They’re dead wrong and have only a narrow window of opportunity to prove otherwise
Democrats will either swing powerfully toward the messages of Bernie Sanders, Liz Warren and Ocasio-Cortez and articulate that swing during the next four years or wander in the wastelands of Republicanism forever. Having said that, there’s no way they can make all that happen within a currently dysfunctional Congress.
Yet they have a very narrow control of both House and Senate at the moment. What they do to begin that process and spend every possible moment praising the small victories and cheering on the larger goals, will determine whether they lose or increase their control over the Congress in the 2022 mid-terms.
Not much time
It’s been said that the two great destroyers of political power are arrogance and resentment. We have a full plate of both in America at the moment—arrogance on the part of the wealthy and powerful, bringing resentment as nearly never-before seen by those citizens racially and economically abandoned by their government.
Actually, runaway wealth and power are simply the newest and most obvious instances of the Fords and Rockefellers. Racism has been with us since the birth of the nation, along with the poor. But the baselines of democracy grew strong with a healthy middle-class and we purposefully threw that under the bus forty years ago with globalization.
So some is old and some is new
The difference is that the health of democracy moves at warp-speed today and at this precious moment both anger and fear split our resolve. The right-wing is angry at job loss and fearful of losing America’s white majority. Liberals are angry at our economic divide and fearful they’ll be found complicit.
Given those angers and fears, Biden’s mission impossible becomes more clear. Don’t look to Wall Street for a way forward, but Madison Avenue might have a clue. Democrats are trying to sell the toothpaste of political better breath and a brighter smile. Okay, I’ll buy that. But they threw out the Bernie Sanders breath and Liz Warren brighter smile, so they better sit down in the conference room with their client and repurpose the ad.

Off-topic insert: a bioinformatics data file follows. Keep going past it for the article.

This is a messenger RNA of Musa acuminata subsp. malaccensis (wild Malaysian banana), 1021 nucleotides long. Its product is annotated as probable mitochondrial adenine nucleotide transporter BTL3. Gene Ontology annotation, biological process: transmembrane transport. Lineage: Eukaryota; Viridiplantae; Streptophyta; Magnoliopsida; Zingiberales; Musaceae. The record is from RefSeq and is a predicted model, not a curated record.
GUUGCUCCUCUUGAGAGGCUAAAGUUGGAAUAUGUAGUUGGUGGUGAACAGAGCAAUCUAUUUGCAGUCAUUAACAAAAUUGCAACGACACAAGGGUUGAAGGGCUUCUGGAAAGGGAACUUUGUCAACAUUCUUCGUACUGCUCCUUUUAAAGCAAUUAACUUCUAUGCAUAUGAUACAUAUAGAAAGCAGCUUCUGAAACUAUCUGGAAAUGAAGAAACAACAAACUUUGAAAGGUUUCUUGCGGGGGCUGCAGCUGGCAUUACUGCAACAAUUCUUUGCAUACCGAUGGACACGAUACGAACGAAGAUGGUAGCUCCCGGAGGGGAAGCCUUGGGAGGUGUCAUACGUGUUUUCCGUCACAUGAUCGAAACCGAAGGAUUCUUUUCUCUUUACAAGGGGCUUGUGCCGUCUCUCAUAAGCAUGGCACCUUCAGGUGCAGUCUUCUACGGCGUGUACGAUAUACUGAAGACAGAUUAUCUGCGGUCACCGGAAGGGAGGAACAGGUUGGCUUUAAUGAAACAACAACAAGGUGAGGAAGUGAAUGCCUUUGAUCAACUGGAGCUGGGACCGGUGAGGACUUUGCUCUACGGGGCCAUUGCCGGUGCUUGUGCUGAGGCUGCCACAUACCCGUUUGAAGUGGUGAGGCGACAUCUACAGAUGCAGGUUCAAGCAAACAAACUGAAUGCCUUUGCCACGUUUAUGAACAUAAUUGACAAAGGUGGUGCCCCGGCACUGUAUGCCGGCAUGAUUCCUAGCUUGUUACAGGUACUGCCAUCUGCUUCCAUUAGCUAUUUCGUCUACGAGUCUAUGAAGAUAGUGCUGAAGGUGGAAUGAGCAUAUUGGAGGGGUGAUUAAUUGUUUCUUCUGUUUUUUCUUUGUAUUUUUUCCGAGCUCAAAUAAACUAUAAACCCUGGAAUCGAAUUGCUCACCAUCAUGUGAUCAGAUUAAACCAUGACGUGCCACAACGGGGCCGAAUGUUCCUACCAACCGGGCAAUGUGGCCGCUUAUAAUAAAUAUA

A great idea is a great idea, but marketing sells the product
Is it hard to market fairness and equity? That ought to be a product that simply jumps off the shelf, but maybe the ad campaign must first move away from the arrogance and resentment we created in earlier times. Pay attention here, we’re selling toothpaste now. Promising change and then change you can believe in, before dumping the whole notion to Trump’s successful burn down the house didn’t work out all that well. Try this on for size:
Bidenpaste: finally an end to arrogant tooth decay and resented dental appointments, promising a bright smile and fresh breath.
Hmmm. Might work, if we can get those teeth bright quickly. It’s the fresh breath that’s tricky. Gotta give that some thought.
But I think we’re on the right track. Let’s go out and have a few drinks…the client-meeting’s not ‘till Tuesday.
Photo credit: Arc Digital